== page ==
Testing an exhaust system helps when you have a bike attached to it. The system requires a bit of fidgeting to install, but as long as you do things in the correct order, the whole operation can be performed in about an hour. But plan on a six-pack in the fridge and two or three hours in the garage just to make sure you don't rush and that everything goes nice and smooth.

The exhaust system worked well and opened things up a bit, though we did expect more of a power increase. Also, if you're going to make an entirely new exhaust system, why wouldn't you make it significantly lighter than the stock unit? The Remus system is remarkably heavy (23 pounds), keeping a large chunk of weight up high on the bike, right where it's least appreciated.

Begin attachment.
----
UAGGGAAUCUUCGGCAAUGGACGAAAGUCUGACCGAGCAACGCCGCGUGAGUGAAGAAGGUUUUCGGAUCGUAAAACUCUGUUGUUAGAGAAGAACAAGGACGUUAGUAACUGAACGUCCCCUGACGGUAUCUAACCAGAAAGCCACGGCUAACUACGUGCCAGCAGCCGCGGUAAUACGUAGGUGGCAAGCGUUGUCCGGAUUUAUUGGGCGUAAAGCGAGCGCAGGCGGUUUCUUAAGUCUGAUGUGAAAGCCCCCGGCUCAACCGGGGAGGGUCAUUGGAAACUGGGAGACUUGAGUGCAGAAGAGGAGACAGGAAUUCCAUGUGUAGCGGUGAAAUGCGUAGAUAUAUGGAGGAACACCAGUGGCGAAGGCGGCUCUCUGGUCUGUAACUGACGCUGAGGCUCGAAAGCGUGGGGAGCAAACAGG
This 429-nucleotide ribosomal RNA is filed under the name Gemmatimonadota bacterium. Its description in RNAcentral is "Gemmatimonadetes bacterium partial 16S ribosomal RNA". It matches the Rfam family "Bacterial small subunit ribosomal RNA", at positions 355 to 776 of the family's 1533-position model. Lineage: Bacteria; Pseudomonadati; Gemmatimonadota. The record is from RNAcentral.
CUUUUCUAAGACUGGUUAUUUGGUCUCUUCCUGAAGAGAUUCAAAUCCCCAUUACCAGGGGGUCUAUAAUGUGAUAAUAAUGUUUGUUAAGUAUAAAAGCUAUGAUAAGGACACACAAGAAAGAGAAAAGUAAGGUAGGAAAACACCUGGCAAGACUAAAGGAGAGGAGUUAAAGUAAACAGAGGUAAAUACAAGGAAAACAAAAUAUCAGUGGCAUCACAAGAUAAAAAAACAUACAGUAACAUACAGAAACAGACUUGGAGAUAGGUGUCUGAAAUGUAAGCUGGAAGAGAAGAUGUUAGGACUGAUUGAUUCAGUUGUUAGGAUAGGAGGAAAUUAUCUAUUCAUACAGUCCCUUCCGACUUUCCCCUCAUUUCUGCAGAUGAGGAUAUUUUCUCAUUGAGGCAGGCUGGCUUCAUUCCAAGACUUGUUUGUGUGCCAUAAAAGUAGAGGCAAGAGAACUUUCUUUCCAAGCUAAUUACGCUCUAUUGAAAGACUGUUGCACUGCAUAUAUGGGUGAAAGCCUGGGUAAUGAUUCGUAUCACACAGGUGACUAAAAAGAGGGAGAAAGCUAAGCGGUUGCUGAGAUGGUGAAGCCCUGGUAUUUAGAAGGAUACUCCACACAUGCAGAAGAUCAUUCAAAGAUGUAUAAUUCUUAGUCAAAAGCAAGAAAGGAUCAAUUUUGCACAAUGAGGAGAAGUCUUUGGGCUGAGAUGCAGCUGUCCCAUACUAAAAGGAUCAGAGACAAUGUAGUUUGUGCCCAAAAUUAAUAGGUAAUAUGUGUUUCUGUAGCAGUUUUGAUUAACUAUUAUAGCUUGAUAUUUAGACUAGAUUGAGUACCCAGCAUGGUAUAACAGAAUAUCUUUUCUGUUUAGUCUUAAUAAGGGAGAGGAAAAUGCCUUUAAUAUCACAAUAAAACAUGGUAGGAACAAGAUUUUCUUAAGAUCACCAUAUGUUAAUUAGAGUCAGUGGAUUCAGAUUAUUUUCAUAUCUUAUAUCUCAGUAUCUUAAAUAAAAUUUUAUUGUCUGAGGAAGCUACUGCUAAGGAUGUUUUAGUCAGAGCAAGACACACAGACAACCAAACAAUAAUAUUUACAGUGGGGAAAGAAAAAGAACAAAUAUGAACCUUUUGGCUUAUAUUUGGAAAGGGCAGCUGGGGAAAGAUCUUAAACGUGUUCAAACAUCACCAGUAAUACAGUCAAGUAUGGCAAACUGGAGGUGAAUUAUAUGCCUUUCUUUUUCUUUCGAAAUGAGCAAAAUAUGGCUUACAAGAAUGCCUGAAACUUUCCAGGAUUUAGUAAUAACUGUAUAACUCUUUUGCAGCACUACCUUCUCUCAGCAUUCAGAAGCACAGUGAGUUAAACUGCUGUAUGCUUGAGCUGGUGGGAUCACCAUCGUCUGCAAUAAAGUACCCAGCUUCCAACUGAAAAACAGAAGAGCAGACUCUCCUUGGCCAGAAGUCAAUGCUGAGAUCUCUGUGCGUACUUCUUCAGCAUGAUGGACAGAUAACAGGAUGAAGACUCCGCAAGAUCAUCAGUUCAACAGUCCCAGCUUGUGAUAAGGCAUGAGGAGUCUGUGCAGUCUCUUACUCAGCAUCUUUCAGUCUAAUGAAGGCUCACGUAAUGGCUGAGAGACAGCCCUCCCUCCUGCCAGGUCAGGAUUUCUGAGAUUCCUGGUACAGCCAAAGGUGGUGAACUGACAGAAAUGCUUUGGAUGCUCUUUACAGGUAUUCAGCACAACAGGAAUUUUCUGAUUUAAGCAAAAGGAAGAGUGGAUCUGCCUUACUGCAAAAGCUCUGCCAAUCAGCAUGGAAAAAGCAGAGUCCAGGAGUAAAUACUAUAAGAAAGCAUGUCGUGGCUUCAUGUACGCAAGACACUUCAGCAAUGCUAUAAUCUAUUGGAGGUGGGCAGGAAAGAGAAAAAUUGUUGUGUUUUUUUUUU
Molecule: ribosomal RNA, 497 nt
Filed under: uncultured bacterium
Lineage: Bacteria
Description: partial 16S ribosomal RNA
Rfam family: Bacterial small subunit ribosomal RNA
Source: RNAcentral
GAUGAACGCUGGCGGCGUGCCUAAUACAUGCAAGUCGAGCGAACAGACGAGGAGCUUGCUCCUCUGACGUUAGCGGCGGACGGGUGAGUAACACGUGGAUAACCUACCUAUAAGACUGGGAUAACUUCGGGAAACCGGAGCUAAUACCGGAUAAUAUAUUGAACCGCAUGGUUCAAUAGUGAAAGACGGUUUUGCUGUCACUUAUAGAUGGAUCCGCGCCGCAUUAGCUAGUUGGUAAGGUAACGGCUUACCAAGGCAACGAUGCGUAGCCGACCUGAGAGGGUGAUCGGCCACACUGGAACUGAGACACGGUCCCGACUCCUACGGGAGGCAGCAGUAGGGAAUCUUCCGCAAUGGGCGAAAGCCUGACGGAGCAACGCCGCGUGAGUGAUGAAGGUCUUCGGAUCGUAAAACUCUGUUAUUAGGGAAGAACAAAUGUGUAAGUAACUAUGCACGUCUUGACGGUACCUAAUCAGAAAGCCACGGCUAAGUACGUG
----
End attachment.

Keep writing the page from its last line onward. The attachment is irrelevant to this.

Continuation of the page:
The system makes quite a bit more noise than stock but don't expect to win any "beautiful noise" contests against V-twins, or even Honda's V-four VFR for that matter. Parallel twins have a sound all their own, and this BMW was no different, sounding similar to an old Lotus Series Seven race car.

A quick stint on the MO dyno revealed the Remus pipe yielded a modest five horsepower increase, bringing the S into triple-digit figures. Torque, meanwhile is upped from 72 to 74 pounds per foot. This may not seem like much, except that the S exhibited a much flatter torque curve... always a welcome improvement.

When you are done using your Paralever link, you can use it as a billet aluminum BBQ skewer.The good folks at San Jose BMW also sent down a shorter Paralever link ($179.95) for the rear end. This raises the back of the bike and is supposed to result in a more frontward weight bias, thus improving front tire feedback. And thanks to the slightly increased ride height, the cylinder heads are not supposed to touch down quite as easily as they do with the stock link.

 Aside from the few modifications, all we did to get the bike ready for track use was to install a fresh set of the stock Metzelers and increase rear preload to its maximum setting.